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Eagles vs. Redskins In Tight NFC East Matchup
WASHINGTON,D.C.—Landover, MD – The story should have been about two NFC East rivals going head to head at Fed Ex Field in Landover, Maryland on ESPN Sunday night. In what is arguably the toughest division in football, the hometown Washington Redskins were coming off of a crushing loss to the New York Giants, while the Philadelphia Eagles were trying to make their pass-happy offense a little bit less one-dimensional, and hoping that their star quarterback Donovan McNabb can make it through the season while playing with a sports hernia, which will require off season surgery.
The Eagles struck first on a 56 yard touchdown pass from McNabb to receiver Reggie Brown in the first quarter. The Redskins responded in the second quarter with a 24 yard field goal by John Hall. They added a touchdown later in the second quarter on a one-yard run by Mike Sellers to take a 10-7 lead into halftime.
In the second half, the Eagles would manage only another three points on a David Akers field goal from 34 yards out, while the Redskins would add another touchdown on a 6 yard carry by Clinton Portis. The Redskins emerged victorious by score of 17-10. The loss dropped the Eagles, the reigning NFC Champs, to 4-4 and into last place in the division, while the Redskins moved to 5-3 and into a tie for second place with the Dallas Cowboys, behind the first place 6-2 Giants.
But the real story of Sunday night’s game was the T.O. saga, and how the Eagles would respond without him. Despite the loss, the Eagles remained positive after the game, and their classy quarterback Donovan McNabb, who has stayed politically correct and above the fray despite the repeated verbal digs lodged at him by Owens, finally spoke out.
“Obviously it’s tough to lose a guy of his caliber and of his ability, but I think we might be better off”, said McNabb in his post game comments.
“What we did tonight, we showed that we play well together. I think we also showed that given the opportunity, guys can make plays for us. Again, we’re 4 and 4, we’re not 1 and 7. I think that’s the way to look at it and I think for the guys that are out there, they understand that we win together and we lose together”, he added.
When asked exactly what he meant by better off, McNabb elaborated on his earlier comments.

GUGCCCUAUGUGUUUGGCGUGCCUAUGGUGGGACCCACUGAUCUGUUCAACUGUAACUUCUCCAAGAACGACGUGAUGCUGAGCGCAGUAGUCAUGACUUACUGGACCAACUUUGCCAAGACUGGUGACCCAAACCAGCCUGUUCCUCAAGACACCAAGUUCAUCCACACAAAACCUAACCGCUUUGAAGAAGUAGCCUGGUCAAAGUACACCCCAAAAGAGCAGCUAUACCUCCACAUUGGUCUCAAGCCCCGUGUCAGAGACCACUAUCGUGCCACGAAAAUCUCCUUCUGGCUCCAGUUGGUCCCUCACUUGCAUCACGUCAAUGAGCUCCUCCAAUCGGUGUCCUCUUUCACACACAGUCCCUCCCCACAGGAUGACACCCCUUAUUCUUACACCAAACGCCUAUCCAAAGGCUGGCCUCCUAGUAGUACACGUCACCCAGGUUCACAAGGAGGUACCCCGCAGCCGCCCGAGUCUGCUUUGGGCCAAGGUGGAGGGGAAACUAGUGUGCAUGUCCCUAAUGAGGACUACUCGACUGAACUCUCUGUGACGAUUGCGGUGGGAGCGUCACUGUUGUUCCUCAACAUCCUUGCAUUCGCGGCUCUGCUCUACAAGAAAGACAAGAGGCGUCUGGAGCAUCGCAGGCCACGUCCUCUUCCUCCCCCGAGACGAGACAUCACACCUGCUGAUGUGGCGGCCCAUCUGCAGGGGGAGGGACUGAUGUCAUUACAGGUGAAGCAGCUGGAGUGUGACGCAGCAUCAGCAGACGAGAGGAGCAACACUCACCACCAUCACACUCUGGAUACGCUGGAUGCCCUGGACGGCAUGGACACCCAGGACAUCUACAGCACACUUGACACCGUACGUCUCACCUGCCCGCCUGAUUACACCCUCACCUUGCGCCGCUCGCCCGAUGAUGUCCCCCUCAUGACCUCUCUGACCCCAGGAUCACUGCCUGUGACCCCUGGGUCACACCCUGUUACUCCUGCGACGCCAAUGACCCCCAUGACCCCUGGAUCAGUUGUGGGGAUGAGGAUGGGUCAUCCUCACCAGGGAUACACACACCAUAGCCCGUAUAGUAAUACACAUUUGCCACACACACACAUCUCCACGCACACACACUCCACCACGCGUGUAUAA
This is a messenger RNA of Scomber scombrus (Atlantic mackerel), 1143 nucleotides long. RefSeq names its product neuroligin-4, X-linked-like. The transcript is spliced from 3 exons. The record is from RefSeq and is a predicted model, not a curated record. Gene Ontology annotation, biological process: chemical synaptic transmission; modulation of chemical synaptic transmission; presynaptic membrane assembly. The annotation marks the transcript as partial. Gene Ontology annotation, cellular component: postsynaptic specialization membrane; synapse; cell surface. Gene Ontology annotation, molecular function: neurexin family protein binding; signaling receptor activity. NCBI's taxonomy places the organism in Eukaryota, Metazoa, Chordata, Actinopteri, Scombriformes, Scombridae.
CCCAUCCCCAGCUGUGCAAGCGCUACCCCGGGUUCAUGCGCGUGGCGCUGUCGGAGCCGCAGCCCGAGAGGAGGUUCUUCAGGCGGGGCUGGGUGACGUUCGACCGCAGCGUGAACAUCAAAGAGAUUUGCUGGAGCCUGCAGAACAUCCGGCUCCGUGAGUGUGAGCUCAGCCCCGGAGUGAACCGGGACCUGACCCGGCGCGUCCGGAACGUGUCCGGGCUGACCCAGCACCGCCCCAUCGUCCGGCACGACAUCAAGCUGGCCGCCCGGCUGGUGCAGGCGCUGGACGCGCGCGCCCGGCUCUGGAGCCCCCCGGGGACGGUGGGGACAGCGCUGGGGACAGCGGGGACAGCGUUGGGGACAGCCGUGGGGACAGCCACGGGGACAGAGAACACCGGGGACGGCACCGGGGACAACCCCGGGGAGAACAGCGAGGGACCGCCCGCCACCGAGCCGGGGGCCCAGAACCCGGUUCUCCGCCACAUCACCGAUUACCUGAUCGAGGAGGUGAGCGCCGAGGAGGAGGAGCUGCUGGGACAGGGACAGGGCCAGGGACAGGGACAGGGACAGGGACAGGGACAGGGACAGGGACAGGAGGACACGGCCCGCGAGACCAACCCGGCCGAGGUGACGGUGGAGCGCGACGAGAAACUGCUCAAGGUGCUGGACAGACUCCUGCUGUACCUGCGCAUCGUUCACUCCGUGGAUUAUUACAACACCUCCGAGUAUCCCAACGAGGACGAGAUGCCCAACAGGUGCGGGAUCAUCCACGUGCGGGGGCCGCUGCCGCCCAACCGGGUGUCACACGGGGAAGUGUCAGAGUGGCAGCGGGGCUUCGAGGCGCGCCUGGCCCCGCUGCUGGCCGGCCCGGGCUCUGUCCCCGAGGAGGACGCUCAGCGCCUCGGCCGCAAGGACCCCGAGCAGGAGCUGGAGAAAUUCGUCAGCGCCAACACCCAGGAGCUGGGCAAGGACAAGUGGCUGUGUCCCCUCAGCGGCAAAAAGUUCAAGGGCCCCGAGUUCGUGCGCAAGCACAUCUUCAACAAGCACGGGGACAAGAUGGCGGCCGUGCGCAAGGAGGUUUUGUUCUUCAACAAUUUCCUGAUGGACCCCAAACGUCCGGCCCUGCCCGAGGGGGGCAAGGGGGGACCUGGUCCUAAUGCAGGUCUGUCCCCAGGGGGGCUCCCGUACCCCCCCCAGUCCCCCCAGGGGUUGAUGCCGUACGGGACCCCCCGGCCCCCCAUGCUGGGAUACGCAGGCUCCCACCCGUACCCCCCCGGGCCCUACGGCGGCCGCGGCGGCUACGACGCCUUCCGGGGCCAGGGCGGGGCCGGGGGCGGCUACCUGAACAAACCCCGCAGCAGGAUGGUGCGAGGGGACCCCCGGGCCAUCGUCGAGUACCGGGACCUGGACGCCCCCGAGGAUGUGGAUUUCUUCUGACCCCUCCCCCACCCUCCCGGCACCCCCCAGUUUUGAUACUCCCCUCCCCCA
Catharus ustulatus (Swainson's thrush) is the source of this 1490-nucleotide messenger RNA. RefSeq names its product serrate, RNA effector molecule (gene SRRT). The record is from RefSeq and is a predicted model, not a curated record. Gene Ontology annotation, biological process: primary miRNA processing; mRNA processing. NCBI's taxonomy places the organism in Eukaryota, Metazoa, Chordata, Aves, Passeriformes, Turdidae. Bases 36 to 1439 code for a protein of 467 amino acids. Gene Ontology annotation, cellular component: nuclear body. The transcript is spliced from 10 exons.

“We played as a team. Nothing against him (Owens) and his attitude, but when you get out there in front of the fans on the football field, it’s about playing together. I think we all played with a lot of attitude, a lot of adrenaline, and the guys played well together. Unfortunately we didn’t win this game, but I think it’s going to be a stepping stone for us to move forward”, McNabb added.
Eagles coach Andy Reid, who had most likely already made his decision regarding Owens, preferred to confine his post game comments to the action on the field. Stating that he thought they would have a chance to have some success running the football, the Eagles ground game still proved ineffective.
“Congratulations to the Washington Redskins. They did a nice job against us tonight. We’ve obviously got to do a better job on both sides of the football on third down and take advantage of situations when you’re in the red zone offensively”, said Reid. When asked the inevitable questions surrounding the playing status of Owens, Reid responded that he wasn’t going to get into that.
Asked when he would get into it, Reid responded ,“When I want to.”
The following day, the Eagles suspended Owens for an additional three games and will deactivate him for the remainder of the season. Reaction to this move by the Eagles seems to have caught few people by surprise. Owens, still regarded as perhaps the best wide receiver in the game, is expected to catch on with another team next season, but not for the huge, multi-year contract he and agent Drew Rosenhaus are after. Owens will likely be offered a one or two-year, incentive laden deal, loaded with professional conduct clauses.
But even with the T.O. soap opera finally behind them, for now, the Eagles will continue to struggle through injuries and the loss of their status as the division’s, if not the conference’s best team. In the tight NFC East, it will be an uphill battle for the perennial division champs to just to make the playoffs, let alone come close to duplicating their success of last season.